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Working with Masks

The use of masks allows you to hide or obscure parts of an image. Masks are useful to combine the contents or results of one layer with your primary image. Layer Masks allow you to use powerful painting tools to selectively enhance your images. The more you work with combining multiple images and editing specific areas, the more you’ll use masks.


Creating a Layer Mask

If you’d like to use a mask on a layer, the first step is to add one.  Any layer (even the base) can have a mask.  Masking the base layer blends the HDR photo with the original tone-mapped image.  Masking additional layers blends with the images below.



To add a mask:

  1. Open a photo or bracket series within Aurora HDR 2019.
  2. Select the desired layer. By default, layers and adjustment layers have no mask.
  3. Click the Edit Mask icon. A new menu opens below. There are four different masking modes to choose from that we’ll explore in this chapter. The toolbar contains several controls which we’ll explore next.


Painting and Erasing Masks

Once you’ve started editing a mask, you can add or subtract using a variety of tools. Remember, to edit a mask, click the Edit Mask button to the right of a layer’s name and choose a tool to use.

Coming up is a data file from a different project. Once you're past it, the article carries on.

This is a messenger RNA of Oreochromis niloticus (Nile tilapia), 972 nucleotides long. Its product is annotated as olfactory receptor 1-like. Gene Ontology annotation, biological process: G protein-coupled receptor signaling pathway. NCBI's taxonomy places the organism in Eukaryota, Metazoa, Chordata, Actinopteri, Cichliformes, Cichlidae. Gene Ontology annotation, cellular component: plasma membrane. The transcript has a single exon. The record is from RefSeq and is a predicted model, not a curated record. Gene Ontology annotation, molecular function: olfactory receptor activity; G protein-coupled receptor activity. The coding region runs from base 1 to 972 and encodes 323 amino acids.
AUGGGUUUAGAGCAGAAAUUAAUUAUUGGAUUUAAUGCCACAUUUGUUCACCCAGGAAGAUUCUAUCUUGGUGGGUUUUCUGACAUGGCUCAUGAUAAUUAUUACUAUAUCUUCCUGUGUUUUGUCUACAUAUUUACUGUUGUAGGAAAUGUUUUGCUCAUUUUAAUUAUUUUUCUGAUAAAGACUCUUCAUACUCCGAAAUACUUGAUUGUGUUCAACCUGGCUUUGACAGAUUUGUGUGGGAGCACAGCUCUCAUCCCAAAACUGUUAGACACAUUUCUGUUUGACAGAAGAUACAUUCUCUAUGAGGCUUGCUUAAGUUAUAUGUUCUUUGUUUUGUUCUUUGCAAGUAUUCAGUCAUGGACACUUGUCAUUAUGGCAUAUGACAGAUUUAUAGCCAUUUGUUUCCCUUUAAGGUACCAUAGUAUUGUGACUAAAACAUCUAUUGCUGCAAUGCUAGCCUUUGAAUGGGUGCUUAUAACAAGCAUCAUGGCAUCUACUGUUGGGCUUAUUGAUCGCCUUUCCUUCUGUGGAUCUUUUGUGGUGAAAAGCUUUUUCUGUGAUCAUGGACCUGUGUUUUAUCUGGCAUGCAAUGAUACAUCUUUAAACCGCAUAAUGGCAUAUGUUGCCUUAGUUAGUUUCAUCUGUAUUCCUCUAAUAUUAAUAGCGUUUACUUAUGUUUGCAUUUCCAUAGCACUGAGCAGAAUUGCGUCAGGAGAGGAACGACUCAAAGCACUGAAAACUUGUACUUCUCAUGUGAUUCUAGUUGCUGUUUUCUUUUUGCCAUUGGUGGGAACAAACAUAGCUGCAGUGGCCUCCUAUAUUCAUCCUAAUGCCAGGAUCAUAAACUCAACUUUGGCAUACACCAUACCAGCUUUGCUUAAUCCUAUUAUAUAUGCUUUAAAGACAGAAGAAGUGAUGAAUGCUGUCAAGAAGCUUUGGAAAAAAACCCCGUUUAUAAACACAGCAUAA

• Brush – Use a paintbrush to add or subtract from your mask.
  • Radial Mask – Creates an elliptical shape to blend between affected and unaffected areas
  • Gradient Mask – Creates a linear blend between affected and unaffected areas
  • Luminosity Creates a blended mask based on the light and dark areas of a scene  Try the Mask menu’s Invert command to reverse the mask.

Once you’ve chosen one of the four tools, a new toolbar appears so you can customize the results.  Let’s explore each control.

Global Mask Controls

The first two controls affect a mask’s properties globally.

Mask Menu.

Clicking this opens a contextual menu with additional options for working with the layer.

  • Fill – This option attaches a mask filled with white that reveals all details of the filter.  Use the Brush tool to paint with black and subtract from the mask.
  • Invert – Inverts any mask that you’ve created so that its opacity and transparency values are reversed
  • Clear Button – This option hides the results of the filter entirely.  Use the paintbrush or gradient tools to add details back to the image.
  • Copy – Copies the current mask to the clipboard To use this, create a new layer and paste it into the new layer.
  • Paste – Pastes the current mask stored on the clipboard for use on another layer
  • Show Mask – Makes the mask visible as a rubylith (red) overlay
    • Density – Controls the transparency of pixels outside a mask so that the overallmask fades into the background better
    • Feather – Blurs the edges of a mask to more naturally fade the mask adjustments into the image

Visibility Icon (Eyeball)

This controls the visibility of the mask.  It makes it easy to view the mask as a rubylith (red) overlay. You may also continue drawing while the layer mask is shown, for even more precision.


Using a Brush Mask

The first type of mask is created by using a brush. Once you’ve chosen Brush from the pop-up list, you’ll see additional useful controls.